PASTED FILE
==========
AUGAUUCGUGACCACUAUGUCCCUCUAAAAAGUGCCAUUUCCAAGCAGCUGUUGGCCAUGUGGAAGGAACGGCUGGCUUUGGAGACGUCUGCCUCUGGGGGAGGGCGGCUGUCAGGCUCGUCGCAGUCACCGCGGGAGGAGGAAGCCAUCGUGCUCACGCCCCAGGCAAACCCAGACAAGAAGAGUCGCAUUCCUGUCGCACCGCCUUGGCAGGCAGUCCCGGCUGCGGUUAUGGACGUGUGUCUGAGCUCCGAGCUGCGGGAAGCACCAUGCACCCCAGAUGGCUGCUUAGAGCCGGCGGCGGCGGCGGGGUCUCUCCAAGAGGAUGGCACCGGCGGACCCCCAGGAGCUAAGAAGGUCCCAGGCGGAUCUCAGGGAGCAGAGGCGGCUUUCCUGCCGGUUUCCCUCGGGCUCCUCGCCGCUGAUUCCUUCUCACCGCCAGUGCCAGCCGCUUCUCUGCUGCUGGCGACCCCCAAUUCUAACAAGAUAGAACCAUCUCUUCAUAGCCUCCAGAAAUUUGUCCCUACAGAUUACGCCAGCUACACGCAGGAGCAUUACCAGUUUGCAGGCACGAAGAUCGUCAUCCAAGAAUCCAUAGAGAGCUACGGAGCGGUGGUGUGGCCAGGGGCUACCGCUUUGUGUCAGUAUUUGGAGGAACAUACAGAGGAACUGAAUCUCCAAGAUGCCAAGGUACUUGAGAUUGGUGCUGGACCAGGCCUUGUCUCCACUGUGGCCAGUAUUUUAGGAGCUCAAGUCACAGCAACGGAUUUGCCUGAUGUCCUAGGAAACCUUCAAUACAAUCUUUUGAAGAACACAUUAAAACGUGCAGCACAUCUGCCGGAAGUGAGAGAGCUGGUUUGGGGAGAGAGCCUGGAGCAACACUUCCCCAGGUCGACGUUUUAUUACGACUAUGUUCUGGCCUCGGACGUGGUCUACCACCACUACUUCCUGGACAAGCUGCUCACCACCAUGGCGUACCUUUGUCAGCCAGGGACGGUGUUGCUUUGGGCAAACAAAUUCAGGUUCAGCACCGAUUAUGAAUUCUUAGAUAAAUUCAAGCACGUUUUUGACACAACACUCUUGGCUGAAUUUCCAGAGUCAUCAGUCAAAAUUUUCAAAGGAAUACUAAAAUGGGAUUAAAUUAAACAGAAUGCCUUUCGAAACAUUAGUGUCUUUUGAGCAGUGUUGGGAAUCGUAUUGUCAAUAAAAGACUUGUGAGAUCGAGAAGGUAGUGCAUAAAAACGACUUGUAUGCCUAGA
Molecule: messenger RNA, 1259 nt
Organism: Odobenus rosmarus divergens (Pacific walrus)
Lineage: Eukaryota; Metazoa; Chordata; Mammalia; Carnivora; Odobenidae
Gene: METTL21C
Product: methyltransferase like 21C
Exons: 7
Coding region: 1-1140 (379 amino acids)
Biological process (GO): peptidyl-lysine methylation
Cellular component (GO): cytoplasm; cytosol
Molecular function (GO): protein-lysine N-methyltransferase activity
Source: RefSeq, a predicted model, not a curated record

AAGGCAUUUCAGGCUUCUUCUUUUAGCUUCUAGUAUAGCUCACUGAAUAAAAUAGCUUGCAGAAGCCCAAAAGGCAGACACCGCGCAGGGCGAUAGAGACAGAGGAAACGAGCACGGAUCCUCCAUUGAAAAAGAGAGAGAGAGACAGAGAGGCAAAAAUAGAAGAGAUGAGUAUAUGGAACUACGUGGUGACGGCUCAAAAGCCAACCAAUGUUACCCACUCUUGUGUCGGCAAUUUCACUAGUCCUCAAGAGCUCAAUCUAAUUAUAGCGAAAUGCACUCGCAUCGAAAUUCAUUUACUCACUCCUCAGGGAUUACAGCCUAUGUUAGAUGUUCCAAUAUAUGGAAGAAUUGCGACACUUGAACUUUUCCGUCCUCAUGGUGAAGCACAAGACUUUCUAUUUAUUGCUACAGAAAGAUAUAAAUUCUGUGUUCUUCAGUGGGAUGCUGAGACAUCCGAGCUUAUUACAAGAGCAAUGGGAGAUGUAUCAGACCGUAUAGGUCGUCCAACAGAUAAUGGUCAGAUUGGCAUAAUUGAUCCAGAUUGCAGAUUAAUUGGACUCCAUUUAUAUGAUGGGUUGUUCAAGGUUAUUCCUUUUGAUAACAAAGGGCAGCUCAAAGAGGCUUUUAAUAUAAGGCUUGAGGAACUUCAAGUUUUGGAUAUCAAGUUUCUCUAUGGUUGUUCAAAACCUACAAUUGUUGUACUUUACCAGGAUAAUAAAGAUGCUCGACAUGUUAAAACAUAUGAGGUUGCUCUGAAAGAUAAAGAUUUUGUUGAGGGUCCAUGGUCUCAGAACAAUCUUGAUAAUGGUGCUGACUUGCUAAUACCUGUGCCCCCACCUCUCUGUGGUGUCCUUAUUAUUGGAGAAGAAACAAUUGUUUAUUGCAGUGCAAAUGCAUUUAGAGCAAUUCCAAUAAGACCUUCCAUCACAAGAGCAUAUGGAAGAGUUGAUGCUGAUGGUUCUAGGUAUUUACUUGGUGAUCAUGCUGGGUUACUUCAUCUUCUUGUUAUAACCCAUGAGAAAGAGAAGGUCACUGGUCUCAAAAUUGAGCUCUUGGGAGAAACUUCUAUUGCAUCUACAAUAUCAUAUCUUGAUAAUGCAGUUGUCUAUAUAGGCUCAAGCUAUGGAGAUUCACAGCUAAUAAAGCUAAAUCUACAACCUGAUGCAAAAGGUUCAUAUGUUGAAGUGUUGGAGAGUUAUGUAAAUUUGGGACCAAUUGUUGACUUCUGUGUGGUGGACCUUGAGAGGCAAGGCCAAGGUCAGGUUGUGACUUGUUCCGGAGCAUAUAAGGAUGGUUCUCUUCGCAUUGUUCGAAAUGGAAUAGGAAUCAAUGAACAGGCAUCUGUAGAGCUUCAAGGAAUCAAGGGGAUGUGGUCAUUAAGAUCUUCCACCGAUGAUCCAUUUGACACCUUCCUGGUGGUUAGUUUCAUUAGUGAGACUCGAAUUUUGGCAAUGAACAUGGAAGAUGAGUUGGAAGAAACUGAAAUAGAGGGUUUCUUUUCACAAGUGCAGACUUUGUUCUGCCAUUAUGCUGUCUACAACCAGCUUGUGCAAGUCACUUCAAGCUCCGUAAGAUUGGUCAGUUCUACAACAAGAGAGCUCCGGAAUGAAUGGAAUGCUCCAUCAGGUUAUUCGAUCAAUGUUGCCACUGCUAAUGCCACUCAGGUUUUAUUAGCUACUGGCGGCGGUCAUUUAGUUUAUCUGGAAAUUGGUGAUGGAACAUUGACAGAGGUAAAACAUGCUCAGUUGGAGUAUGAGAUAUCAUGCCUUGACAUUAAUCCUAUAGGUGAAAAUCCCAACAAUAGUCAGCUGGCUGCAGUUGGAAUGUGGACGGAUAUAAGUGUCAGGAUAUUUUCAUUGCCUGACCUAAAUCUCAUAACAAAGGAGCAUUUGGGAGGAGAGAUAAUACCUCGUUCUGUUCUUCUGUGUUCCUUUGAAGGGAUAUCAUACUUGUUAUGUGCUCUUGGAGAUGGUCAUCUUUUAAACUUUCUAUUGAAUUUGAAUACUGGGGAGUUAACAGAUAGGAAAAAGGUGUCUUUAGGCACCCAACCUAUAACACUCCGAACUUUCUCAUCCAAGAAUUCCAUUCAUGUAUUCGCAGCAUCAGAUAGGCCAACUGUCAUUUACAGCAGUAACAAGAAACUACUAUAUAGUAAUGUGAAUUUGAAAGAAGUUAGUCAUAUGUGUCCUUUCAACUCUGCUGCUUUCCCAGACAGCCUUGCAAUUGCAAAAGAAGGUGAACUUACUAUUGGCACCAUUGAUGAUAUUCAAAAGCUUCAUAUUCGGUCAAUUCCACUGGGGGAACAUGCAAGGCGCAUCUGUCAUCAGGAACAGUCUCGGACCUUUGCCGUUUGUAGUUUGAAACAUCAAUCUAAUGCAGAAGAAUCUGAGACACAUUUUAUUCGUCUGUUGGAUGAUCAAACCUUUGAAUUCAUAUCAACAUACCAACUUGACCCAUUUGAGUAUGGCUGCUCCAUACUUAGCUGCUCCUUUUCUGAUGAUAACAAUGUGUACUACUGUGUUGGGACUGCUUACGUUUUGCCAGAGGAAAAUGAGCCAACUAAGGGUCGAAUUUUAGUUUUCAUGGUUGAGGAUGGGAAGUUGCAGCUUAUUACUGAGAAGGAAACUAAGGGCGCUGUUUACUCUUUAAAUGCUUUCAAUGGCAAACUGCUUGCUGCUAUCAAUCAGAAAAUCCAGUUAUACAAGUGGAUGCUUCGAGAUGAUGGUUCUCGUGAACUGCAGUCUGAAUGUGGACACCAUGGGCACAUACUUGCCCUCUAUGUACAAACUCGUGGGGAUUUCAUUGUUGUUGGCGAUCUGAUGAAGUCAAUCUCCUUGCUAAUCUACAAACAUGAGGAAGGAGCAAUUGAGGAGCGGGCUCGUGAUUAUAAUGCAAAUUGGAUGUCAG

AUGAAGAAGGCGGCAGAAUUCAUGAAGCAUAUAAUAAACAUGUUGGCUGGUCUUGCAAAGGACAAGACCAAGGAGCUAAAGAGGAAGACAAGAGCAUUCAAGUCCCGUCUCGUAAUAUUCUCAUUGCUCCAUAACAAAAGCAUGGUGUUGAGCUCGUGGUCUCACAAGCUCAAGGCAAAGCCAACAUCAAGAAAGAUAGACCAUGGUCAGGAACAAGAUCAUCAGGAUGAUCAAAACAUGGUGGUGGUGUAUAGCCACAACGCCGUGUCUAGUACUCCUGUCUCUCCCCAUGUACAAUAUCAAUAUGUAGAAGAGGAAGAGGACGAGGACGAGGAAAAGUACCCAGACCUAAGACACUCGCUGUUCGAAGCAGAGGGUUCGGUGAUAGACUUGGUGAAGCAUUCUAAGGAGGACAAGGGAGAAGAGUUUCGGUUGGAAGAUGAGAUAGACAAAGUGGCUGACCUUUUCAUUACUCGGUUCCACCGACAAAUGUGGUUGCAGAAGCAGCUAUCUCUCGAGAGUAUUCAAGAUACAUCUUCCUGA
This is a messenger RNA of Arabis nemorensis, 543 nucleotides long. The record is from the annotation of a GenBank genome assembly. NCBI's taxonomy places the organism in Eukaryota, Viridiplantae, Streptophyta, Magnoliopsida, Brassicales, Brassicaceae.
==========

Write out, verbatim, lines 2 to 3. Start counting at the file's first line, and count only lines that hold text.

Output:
Molecule: messenger RNA, 1259 nt
Organism: Odobenus rosmarus divergens (Pacific walrus)